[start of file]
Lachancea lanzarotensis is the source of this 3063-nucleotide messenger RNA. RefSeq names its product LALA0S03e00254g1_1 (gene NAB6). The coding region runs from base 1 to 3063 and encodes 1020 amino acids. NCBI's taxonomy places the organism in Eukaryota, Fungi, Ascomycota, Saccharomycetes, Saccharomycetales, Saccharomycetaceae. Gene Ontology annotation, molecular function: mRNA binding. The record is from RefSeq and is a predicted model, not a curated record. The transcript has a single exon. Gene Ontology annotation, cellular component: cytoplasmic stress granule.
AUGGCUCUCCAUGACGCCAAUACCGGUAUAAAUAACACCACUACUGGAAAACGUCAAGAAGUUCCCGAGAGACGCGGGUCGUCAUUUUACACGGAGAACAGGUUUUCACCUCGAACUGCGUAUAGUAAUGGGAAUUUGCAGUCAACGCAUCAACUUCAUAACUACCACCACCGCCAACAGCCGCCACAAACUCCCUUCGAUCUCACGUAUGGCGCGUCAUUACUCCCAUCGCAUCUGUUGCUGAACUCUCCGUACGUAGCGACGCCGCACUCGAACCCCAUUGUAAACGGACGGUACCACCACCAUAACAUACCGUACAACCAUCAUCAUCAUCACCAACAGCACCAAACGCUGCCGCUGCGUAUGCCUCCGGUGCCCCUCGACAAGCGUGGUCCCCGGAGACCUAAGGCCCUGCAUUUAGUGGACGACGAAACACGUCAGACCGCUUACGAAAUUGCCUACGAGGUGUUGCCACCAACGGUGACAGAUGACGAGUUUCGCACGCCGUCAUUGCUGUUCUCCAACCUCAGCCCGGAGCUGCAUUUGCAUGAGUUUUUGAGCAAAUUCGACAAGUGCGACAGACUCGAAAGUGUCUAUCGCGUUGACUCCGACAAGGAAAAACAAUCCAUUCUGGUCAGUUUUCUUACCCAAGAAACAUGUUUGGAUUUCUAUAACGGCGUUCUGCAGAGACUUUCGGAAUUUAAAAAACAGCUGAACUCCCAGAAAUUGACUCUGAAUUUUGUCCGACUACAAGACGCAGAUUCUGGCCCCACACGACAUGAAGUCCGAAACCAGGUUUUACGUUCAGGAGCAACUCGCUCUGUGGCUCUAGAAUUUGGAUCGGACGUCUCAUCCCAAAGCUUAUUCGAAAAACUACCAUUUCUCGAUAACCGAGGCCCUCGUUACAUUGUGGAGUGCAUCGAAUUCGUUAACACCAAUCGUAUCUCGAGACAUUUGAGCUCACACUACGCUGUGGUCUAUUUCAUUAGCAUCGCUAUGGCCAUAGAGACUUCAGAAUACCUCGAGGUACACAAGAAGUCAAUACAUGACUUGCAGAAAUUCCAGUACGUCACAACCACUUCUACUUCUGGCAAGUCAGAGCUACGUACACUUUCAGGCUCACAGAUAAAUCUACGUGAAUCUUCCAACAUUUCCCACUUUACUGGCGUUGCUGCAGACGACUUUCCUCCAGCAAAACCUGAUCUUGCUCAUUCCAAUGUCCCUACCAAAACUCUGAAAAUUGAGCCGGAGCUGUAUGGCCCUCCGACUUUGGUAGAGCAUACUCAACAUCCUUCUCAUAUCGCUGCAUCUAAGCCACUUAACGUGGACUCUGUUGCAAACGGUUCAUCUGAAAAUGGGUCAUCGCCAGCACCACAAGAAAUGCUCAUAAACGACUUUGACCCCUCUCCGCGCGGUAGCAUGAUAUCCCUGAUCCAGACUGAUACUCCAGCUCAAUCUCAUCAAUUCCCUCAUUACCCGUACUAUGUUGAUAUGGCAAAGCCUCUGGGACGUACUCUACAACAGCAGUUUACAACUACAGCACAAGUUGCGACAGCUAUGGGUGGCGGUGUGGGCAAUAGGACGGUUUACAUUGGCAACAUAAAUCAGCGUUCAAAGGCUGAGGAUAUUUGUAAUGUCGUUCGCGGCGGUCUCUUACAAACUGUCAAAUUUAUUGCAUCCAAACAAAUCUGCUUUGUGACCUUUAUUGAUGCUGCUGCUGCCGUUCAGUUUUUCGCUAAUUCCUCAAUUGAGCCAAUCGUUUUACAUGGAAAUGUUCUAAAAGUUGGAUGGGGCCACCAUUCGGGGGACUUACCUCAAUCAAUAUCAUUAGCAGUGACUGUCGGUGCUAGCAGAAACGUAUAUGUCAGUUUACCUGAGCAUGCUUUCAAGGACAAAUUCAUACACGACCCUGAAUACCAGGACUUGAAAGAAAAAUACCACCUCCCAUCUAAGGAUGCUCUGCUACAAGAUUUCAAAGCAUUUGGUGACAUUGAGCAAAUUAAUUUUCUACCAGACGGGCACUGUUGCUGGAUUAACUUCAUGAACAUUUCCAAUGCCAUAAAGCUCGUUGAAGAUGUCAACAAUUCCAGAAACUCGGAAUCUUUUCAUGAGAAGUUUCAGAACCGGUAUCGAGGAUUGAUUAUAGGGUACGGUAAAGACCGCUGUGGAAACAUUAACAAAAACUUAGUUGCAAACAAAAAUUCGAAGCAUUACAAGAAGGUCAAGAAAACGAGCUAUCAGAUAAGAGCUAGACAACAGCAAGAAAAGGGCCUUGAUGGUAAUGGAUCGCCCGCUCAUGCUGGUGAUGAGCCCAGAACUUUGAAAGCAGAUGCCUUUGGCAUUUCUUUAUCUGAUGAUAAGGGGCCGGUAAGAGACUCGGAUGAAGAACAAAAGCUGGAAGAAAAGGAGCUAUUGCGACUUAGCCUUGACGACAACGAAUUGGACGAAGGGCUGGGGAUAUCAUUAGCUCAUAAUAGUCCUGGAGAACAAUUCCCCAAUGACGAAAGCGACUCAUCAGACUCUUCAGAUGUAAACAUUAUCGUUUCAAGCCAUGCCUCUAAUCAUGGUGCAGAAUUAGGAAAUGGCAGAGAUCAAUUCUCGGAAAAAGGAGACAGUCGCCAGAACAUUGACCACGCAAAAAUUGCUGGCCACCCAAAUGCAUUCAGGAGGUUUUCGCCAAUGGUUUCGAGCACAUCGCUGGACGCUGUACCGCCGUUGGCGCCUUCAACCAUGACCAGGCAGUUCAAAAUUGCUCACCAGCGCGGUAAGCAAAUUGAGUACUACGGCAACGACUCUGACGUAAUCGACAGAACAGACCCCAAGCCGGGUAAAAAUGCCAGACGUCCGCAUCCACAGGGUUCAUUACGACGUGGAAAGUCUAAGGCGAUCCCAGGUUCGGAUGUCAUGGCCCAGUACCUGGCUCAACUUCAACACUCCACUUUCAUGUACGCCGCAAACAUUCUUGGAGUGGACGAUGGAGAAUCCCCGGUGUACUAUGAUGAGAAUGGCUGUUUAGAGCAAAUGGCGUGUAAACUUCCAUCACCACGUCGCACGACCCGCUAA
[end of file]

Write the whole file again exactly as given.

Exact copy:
Lachancea lanzarotensis is the source of this 3063-nucleotide messenger RNA. RefSeq names its product LALA0S03e00254g1_1 (gene NAB6). The coding region runs from base 1 to 3063 and encodes 1020 amino acids. NCBI's taxonomy places the organism in Eukaryota, Fungi, Ascomycota, Saccharomycetes, Saccharomycetales, Saccharomycetaceae. Gene Ontology annotation, molecular function: mRNA binding. The record is from RefSeq and is a predicted model, not a curated record. The transcript has a single exon. Gene Ontology annotation, cellular component: cytoplasmic stress granule.
AUGGCUCUCCAUGACGCCAAUACCGGUAUAAAUAACACCACUACUGGAAAACGUCAAGAAGUUCCCGAGAGACGCGGGUCGUCAUUUUACACGGAGAACAGGUUUUCACCUCGAACUGCGUAUAGUAAUGGGAAUUUGCAGUCAACGCAUCAACUUCAUAACUACCACCACCGCCAACAGCCGCCACAAACUCCCUUCGAUCUCACGUAUGGCGCGUCAUUACUCCCAUCGCAUCUGUUGCUGAACUCUCCGUACGUAGCGACGCCGCACUCGAACCCCAUUGUAAACGGACGGUACCACCACCAUAACAUACCGUACAACCAUCAUCAUCAUCACCAACAGCACCAAACGCUGCCGCUGCGUAUGCCUCCGGUGCCCCUCGACAAGCGUGGUCCCCGGAGACCUAAGGCCCUGCAUUUAGUGGACGACGAAACACGUCAGACCGCUUACGAAAUUGCCUACGAGGUGUUGCCACCAACGGUGACAGAUGACGAGUUUCGCACGCCGUCAUUGCUGUUCUCCAACCUCAGCCCGGAGCUGCAUUUGCAUGAGUUUUUGAGCAAAUUCGACAAGUGCGACAGACUCGAAAGUGUCUAUCGCGUUGACUCCGACAAGGAAAAACAAUCCAUUCUGGUCAGUUUUCUUACCCAAGAAACAUGUUUGGAUUUCUAUAACGGCGUUCUGCAGAGACUUUCGGAAUUUAAAAAACAGCUGAACUCCCAGAAAUUGACUCUGAAUUUUGUCCGACUACAAGACGCAGAUUCUGGCCCCACACGACAUGAAGUCCGAAACCAGGUUUUACGUUCAGGAGCAACUCGCUCUGUGGCUCUAGAAUUUGGAUCGGACGUCUCAUCCCAAAGCUUAUUCGAAAAACUACCAUUUCUCGAUAACCGAGGCCCUCGUUACAUUGUGGAGUGCAUCGAAUUCGUUAACACCAAUCGUAUCUCGAGACAUUUGAGCUCACACUACGCUGUGGUCUAUUUCAUUAGCAUCGCUAUGGCCAUAGAGACUUCAGAAUACCUCGAGGUACACAAGAAGUCAAUACAUGACUUGCAGAAAUUCCAGUACGUCACAACCACUUCUACUUCUGGCAAGUCAGAGCUACGUACACUUUCAGGCUCACAGAUAAAUCUACGUGAAUCUUCCAACAUUUCCCACUUUACUGGCGUUGCUGCAGACGACUUUCCUCCAGCAAAACCUGAUCUUGCUCAUUCCAAUGUCCCUACCAAAACUCUGAAAAUUGAGCCGGAGCUGUAUGGCCCUCCGACUUUGGUAGAGCAUACUCAACAUCCUUCUCAUAUCGCUGCAUCUAAGCCACUUAACGUGGACUCUGUUGCAAACGGUUCAUCUGAAAAUGGGUCAUCGCCAGCACCACAAGAAAUGCUCAUAAACGACUUUGACCCCUCUCCGCGCGGUAGCAUGAUAUCCCUGAUCCAGACUGAUACUCCAGCUCAAUCUCAUCAAUUCCCUCAUUACCCGUACUAUGUUGAUAUGGCAAAGCCUCUGGGACGUACUCUACAACAGCAGUUUACAACUACAGCACAAGUUGCGACAGCUAUGGGUGGCGGUGUGGGCAAUAGGACGGUUUACAUUGGCAACAUAAAUCAGCGUUCAAAGGCUGAGGAUAUUUGUAAUGUCGUUCGCGGCGGUCUCUUACAAACUGUCAAAUUUAUUGCAUCCAAACAAAUCUGCUUUGUGACCUUUAUUGAUGCUGCUGCUGCCGUUCAGUUUUUCGCUAAUUCCUCAAUUGAGCCAAUCGUUUUACAUGGAAAUGUUCUAAAAGUUGGAUGGGGCCACCAUUCGGGGGACUUACCUCAAUCAAUAUCAUUAGCAGUGACUGUCGGUGCUAGCAGAAACGUAUAUGUCAGUUUACCUGAGCAUGCUUUCAAGGACAAAUUCAUACACGACCCUGAAUACCAGGACUUGAAAGAAAAAUACCACCUCCCAUCUAAGGAUGCUCUGCUACAAGAUUUCAAAGCAUUUGGUGACAUUGAGCAAAUUAAUUUUCUACCAGACGGGCACUGUUGCUGGAUUAACUUCAUGAACAUUUCCAAUGCCAUAAAGCUCGUUGAAGAUGUCAACAAUUCCAGAAACUCGGAAUCUUUUCAUGAGAAGUUUCAGAACCGGUAUCGAGGAUUGAUUAUAGGGUACGGUAAAGACCGCUGUGGAAACAUUAACAAAAACUUAGUUGCAAACAAAAAUUCGAAGCAUUACAAGAAGGUCAAGAAAACGAGCUAUCAGAUAAGAGCUAGACAACAGCAAGAAAAGGGCCUUGAUGGUAAUGGAUCGCCCGCUCAUGCUGGUGAUGAGCCCAGAACUUUGAAAGCAGAUGCCUUUGGCAUUUCUUUAUCUGAUGAUAAGGGGCCGGUAAGAGACUCGGAUGAAGAACAAAAGCUGGAAGAAAAGGAGCUAUUGCGACUUAGCCUUGACGACAACGAAUUGGACGAAGGGCUGGGGAUAUCAUUAGCUCAUAAUAGUCCUGGAGAACAAUUCCCCAAUGACGAAAGCGACUCAUCAGACUCUUCAGAUGUAAACAUUAUCGUUUCAAGCCAUGCCUCUAAUCAUGGUGCAGAAUUAGGAAAUGGCAGAGAUCAAUUCUCGGAAAAAGGAGACAGUCGCCAGAACAUUGACCACGCAAAAAUUGCUGGCCACCCAAAUGCAUUCAGGAGGUUUUCGCCAAUGGUUUCGAGCACAUCGCUGGACGCUGUACCGCCGUUGGCGCCUUCAACCAUGACCAGGCAGUUCAAAAUUGCUCACCAGCGCGGUAAGCAAAUUGAGUACUACGGCAACGACUCUGACGUAAUCGACAGAACAGACCCCAAGCCGGGUAAAAAUGCCAGACGUCCGCAUCCACAGGGUUCAUUACGACGUGGAAAGUCUAAGGCGAUCCCAGGUUCGGAUGUCAUGGCCCAGUACCUGGCUCAACUUCAACACUCCACUUUCAUGUACGCCGCAAACAUUCUUGGAGUGGACGAUGGAGAAUCCCCGGUGUACUAUGAUGAGAAUGGCUGUUUAGAGCAAAUGGCGUGUAAACUUCCAUCACCACGUCGCACGACCCGCUAA